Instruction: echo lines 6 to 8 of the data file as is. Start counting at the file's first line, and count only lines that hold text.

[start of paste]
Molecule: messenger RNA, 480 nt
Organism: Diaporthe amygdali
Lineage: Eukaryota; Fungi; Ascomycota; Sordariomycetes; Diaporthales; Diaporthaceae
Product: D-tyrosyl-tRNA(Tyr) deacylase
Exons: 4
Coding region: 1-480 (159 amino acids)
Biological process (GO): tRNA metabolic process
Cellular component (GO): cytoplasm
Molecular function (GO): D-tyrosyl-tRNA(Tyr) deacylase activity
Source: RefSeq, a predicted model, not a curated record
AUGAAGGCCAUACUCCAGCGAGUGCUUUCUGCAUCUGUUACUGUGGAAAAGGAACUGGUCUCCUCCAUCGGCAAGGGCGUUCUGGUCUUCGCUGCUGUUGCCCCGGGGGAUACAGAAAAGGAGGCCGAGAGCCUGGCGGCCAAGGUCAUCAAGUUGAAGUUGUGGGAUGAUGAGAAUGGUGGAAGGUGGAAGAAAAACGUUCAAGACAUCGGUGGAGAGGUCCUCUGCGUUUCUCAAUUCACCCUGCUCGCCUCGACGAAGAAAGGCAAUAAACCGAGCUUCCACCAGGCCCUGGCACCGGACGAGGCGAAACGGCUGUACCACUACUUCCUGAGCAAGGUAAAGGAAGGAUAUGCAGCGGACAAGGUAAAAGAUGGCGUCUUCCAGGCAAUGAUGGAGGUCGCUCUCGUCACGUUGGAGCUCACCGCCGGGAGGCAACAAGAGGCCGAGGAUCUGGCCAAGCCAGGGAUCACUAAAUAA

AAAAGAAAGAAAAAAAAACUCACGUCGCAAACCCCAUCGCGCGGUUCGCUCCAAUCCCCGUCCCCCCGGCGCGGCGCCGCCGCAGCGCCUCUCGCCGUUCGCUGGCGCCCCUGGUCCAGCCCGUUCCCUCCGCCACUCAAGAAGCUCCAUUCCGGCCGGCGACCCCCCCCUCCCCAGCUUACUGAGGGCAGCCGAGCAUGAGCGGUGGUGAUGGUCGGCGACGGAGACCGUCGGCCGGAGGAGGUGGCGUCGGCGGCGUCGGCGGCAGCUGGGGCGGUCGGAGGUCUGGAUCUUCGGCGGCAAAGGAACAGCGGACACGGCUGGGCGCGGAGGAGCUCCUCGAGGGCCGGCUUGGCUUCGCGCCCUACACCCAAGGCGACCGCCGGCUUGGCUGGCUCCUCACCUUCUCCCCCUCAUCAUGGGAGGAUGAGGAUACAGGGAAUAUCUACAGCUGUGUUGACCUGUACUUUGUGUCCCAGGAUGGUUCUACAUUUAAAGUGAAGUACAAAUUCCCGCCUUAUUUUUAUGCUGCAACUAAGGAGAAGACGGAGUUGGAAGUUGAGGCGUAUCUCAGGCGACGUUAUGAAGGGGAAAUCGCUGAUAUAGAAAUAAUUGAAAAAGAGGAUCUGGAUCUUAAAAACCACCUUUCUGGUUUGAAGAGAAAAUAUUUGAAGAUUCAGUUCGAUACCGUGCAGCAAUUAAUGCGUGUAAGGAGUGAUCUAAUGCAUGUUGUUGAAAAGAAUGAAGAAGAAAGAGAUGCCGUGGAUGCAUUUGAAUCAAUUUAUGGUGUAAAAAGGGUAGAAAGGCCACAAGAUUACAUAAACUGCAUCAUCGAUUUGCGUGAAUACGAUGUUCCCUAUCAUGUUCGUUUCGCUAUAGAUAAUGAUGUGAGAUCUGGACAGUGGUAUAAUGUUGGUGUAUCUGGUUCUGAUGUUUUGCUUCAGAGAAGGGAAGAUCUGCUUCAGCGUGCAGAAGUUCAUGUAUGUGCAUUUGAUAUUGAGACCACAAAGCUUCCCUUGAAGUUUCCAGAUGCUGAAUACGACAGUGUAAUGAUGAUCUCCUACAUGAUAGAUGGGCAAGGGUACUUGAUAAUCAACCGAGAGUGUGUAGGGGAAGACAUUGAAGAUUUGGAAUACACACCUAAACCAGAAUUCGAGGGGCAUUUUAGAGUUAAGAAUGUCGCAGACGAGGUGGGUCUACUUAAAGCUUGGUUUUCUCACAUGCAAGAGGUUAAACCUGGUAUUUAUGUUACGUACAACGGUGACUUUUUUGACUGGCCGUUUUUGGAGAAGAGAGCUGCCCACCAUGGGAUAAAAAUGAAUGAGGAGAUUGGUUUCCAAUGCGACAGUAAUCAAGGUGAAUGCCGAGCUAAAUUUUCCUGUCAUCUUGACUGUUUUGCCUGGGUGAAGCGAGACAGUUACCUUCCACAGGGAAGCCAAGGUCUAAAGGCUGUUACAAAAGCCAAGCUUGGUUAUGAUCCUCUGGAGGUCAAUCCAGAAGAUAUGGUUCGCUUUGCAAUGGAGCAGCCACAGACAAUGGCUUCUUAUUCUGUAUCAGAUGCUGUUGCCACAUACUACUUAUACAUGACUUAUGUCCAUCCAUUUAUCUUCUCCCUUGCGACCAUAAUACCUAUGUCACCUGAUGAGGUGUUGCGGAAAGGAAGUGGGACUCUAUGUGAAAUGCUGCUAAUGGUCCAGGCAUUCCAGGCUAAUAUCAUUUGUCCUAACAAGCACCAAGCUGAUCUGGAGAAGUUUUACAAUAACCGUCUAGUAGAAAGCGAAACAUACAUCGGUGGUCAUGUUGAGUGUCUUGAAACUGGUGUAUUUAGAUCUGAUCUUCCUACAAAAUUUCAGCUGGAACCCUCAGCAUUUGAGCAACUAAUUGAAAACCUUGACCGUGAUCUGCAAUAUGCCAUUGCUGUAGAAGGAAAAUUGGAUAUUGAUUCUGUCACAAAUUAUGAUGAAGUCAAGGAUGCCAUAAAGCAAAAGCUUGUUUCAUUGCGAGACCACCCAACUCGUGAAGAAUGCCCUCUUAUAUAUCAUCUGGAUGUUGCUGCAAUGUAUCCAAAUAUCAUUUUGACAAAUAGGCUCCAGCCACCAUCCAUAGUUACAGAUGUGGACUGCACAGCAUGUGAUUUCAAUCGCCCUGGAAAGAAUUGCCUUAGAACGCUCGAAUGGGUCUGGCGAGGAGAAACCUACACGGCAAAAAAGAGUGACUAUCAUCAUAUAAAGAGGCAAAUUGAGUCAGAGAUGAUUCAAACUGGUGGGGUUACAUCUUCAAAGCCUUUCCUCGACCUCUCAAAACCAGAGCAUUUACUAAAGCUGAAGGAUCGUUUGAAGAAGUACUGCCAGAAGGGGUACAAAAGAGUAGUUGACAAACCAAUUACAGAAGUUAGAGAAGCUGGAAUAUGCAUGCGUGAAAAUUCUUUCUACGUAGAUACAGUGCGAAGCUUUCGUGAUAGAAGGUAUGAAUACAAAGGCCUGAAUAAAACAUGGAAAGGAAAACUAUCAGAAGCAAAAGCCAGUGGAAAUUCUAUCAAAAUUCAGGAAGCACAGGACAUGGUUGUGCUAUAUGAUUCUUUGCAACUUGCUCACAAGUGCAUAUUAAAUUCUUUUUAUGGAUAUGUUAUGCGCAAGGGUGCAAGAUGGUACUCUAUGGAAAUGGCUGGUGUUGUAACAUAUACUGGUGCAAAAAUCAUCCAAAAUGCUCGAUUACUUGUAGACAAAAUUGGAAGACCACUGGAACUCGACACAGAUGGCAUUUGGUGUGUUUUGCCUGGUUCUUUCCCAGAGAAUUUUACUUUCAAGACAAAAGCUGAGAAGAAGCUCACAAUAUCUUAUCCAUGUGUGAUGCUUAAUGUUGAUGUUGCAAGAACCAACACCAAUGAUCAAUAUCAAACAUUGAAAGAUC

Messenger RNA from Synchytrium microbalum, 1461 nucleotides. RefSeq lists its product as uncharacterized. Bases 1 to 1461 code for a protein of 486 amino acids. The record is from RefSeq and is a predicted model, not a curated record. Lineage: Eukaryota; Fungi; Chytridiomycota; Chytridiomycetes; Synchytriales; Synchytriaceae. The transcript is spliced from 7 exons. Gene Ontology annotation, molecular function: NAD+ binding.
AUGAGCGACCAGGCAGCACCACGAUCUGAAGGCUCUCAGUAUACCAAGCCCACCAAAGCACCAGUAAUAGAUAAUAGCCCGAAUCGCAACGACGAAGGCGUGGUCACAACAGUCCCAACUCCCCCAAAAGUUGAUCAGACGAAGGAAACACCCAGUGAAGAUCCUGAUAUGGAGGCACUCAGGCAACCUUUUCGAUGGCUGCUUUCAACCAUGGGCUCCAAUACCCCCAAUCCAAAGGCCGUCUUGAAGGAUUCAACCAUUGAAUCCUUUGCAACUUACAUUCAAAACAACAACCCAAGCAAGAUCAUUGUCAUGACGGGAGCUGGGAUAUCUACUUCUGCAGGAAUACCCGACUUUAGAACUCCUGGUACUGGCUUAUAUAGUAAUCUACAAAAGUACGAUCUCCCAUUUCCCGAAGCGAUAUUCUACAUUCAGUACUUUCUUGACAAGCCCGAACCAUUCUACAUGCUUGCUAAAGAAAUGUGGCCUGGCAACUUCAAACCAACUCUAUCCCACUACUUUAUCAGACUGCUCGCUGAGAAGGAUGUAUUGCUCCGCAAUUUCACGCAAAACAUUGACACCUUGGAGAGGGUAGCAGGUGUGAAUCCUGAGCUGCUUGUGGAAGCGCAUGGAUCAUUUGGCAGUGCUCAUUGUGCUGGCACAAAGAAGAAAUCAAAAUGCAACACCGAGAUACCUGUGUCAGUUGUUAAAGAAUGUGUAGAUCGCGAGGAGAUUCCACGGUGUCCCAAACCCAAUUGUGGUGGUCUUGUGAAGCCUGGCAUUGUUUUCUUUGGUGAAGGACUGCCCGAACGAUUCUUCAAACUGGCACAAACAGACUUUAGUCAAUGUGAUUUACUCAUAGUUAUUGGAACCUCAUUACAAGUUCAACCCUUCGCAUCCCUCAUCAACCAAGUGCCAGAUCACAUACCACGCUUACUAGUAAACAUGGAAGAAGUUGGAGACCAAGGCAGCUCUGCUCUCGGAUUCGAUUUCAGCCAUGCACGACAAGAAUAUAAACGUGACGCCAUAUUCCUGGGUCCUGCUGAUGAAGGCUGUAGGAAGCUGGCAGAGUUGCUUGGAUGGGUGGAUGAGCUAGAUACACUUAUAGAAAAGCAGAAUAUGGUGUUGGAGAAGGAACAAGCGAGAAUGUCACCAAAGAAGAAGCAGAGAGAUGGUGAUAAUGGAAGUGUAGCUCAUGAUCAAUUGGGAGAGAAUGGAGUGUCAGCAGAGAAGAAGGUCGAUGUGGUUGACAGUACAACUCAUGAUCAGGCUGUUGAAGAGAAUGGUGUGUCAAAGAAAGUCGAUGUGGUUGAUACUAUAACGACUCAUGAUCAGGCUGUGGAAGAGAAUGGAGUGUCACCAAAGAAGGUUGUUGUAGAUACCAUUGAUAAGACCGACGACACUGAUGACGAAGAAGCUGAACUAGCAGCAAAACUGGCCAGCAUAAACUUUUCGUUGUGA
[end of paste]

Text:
Coding region: 1-480 (159 amino acids)
Biological process (GO): tRNA metabolic process
Cellular component (GO): cytoplasm